No belief in American players? All his players are American !

      But every single prominent foreign coach is going to privilege players competing at the highest level. What JK said last night is true and was echoed by Bedoya – Brazilian players were thinking faster, playing at champion’s league pace. We couldn’t keep up, we don’t know that level. No one on our team plays champions league excepting, eventually, Fabian Johnson. They brought on subs from Barça, PSG, etc; we put on a struggling NYCFC guy and a Stanford player, 2nd division German player, 2nd division English lifer.. They are not at better clubs for a reason.

      That said it is normal to blame the coach and if he loses to Mex. I believe he will be gone. It may be the right time to make a change, but don’t think we are instantly going to get better. Not until our top players get back to the highest club levels.

  4. After we lose to Mexico in October (and I see nothing to suggest we won’t) Sunil needs to bring back Arena. Klinsi has run out of ideas and is failing to reach his stated goals.

    • I think I would second that idea. Klinsmann is so full of garbage and will come up with a new round of excuses today or tomorrow as to why his hand picked team fails most of the time now. Think about it, Mexico had Argentina down 2-0 and ended up tied. How does he think this crew can possibly beat Mexico next month when they have failed at the Gold Cup, go lucky vs Peru and failed big time against Brazil? Logic says we will not beat Mexico.

      Klinsmann is not capable of changing. He is so sure that he knows all, it is not possible that he is wrong. Well let me tell you, He was wrong on so many player decisions last night it isn’t funny.

      I didnt like Arena at the end of his time BUT he was a lot better than what we have now. Demote JK to something that will insult him to the point that he quits. Maybe Martin Vasquez assistant in scouting? He has to get off the bench and we have to start from the ground up with a rebuild

      PS – many have talked about the lack of drive or our trademark American hustle. There is a reason for this. Too many of these guys may qualify to wear the jersey but they’re not from here and therefore dont have that drive. This is simply a career move for far too many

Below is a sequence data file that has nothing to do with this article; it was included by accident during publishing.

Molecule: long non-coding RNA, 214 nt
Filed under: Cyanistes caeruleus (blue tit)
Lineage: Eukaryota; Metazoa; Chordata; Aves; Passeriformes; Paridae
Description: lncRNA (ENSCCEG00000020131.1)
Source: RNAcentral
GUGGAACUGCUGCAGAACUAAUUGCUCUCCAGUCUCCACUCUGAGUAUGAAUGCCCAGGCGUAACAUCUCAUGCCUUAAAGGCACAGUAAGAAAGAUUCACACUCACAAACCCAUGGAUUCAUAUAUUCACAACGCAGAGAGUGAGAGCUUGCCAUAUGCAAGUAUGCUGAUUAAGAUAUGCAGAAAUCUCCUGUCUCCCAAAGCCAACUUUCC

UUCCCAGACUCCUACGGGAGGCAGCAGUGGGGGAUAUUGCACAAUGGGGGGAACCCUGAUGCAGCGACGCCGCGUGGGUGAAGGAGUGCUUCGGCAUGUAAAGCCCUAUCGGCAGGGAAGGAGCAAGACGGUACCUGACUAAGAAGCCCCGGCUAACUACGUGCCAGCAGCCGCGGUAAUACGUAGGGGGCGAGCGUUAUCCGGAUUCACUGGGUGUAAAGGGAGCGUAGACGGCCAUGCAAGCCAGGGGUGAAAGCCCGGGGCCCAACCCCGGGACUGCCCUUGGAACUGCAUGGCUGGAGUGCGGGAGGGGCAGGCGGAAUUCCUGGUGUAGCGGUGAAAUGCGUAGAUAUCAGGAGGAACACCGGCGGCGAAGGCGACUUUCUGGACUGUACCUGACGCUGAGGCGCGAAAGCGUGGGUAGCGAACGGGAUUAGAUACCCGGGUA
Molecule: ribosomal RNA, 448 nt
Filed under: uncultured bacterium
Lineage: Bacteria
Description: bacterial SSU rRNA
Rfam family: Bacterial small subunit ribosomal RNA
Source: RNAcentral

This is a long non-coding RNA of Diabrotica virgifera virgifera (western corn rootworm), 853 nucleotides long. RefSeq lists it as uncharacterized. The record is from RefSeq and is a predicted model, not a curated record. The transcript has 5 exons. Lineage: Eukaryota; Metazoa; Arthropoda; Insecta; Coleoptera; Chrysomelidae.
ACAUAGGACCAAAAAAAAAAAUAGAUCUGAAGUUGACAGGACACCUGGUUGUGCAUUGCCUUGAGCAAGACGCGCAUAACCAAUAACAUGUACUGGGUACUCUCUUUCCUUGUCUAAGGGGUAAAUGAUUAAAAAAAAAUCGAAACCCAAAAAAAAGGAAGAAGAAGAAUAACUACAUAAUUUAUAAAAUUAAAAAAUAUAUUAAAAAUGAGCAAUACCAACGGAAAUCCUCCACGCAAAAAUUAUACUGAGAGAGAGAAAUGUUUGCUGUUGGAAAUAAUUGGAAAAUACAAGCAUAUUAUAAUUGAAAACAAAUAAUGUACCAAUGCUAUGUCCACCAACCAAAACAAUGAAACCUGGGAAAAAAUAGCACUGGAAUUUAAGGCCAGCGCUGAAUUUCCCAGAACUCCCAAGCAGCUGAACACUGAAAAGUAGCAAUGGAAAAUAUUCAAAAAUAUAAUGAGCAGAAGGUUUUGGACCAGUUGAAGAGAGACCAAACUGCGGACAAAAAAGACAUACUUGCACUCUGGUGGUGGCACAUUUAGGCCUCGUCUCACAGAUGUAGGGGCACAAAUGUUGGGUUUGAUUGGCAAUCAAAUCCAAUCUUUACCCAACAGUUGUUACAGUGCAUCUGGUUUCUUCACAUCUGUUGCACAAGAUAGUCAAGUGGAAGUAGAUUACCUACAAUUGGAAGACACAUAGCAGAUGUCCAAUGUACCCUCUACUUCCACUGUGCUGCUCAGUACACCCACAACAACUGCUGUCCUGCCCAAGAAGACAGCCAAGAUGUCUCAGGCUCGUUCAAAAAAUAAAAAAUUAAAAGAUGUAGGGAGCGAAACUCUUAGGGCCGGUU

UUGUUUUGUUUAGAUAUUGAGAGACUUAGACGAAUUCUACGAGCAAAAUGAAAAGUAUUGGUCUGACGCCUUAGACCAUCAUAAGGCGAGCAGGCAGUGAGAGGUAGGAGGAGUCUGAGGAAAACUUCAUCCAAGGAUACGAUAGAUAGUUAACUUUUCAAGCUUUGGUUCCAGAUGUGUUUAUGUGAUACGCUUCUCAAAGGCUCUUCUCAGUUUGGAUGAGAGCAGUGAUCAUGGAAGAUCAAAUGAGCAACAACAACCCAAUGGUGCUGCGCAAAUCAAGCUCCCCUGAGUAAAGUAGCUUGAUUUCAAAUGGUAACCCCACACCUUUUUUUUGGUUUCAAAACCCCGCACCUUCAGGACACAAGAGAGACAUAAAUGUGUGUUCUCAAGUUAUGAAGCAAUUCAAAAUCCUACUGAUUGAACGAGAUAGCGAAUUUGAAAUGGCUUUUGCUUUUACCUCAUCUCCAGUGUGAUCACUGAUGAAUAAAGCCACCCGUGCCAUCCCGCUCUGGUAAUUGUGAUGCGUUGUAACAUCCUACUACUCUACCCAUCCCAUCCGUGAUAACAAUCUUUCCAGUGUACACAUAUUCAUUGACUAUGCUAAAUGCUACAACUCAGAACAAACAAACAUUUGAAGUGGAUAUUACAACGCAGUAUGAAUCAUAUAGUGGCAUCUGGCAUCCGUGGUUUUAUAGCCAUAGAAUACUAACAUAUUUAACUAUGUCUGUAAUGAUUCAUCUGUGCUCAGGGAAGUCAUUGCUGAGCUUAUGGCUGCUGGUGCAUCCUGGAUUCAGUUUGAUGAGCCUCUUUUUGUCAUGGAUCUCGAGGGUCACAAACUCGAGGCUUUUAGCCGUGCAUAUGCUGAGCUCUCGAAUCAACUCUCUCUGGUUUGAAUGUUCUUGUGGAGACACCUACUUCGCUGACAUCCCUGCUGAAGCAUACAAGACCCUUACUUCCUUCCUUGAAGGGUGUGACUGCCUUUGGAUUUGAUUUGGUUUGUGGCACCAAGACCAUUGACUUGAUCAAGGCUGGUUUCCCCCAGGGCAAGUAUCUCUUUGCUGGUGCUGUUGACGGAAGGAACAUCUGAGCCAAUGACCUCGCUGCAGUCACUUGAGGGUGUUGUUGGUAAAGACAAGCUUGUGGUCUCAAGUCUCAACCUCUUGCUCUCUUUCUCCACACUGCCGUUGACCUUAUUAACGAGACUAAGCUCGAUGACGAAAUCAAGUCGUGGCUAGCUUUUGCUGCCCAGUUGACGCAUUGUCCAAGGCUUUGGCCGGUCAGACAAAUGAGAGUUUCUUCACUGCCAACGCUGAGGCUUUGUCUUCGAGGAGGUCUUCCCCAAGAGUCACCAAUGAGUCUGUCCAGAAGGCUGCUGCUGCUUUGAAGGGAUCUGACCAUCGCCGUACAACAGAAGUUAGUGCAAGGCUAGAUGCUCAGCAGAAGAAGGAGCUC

5. I will take JK, all his influence over the players not to have a bad game, and his style vs. our past coaches, their influence over the players not to have a bad game, and bunker crappie defensive only soccer that hopes for one counter attack which we can’t finish the shot. How about all your dream players never getting called in because we used the same old players ever time? Do you not remember how pathetic it used to be to watch US game? You forget the schedule that used to be in place for insured wins, not all. At least now you sit down with some sort of hope against a major team. We just beat two major teams IN Europe, bueller, bueller?

    • Yay we won two friendlies on the road and then lost to Jamaica in a game that matters at home. Also Arena and Bradley’s teams were never out shot by such a large margin in either the GC or WC, but hey don’t let facts get in your way.

      • Ah…yes they were. JK makes mistakes, but to say USMNT were never dominated or out shot under Arena or Bradley is just really foolish or spoken by someone is ignorant of the past.

    • Just this week, Jonathan Wilson, author of The Inverted Pyramid, was opining on Football Weekly about how bad most international soccer is. (Bad in the sense of not technically or tactically sophisticated and not attack minded) In particular, Wilson made the point that nearly all (he said 90 percent) of national team coaches focus heavily on organizing the defense, because their teams train only for short periods and no one wants to be embarrassed by a 6-0 shellacking.
      Anyone who has coached can appreciate the sense of what Wilson was saying. You have to start with stopping the other team from scoring. Once you have established that, you can move on. If you have lots of practice time, eventually you will end up spending much more time on attacking. And the same goes for your starting eleven, you have to experiment and work new players in, but you still need a core of 6-8 players that you can count on in nearly every game.
      I read all the whining about Bradley’s and Arena’s approach as the work of fans (derived from fanatics), people who like to watch soccer, but don’t really understand how games are won and lost.
      And no I enjoyed watching Bradley’s teams because he was making the most of what he had to work with and he usually gave his team a chance to win.

    • I agree that both Arena and Bradley got the most out of the talent available. JK has seemed to be all over the place trying to find better players and so far has mostly not been able to do so.

      Bradley and Arena used to talk by phone at least weekly with the youth national team coaches so they could all agree on how to make progress. Part of the result of that was the place more emphasis on more training relative to game time with fewer, but more consequential and difficult games in the best of the youth leagues. That message, of course, took time to filter down but it was happening. JK’s approach seems to be more to simply troll for better players and express himself about “more attacking soccer”, “being nastier”, or “keeping the ball better”, things that in and of themselves are not such bad ideas, but he seems to do it without the give and take that is required to push an entire nation along.

      Both Bradley and Arena saw things as being a process and were well-aware that it would take time. JK speaks as if simply saying what he wants will make it so.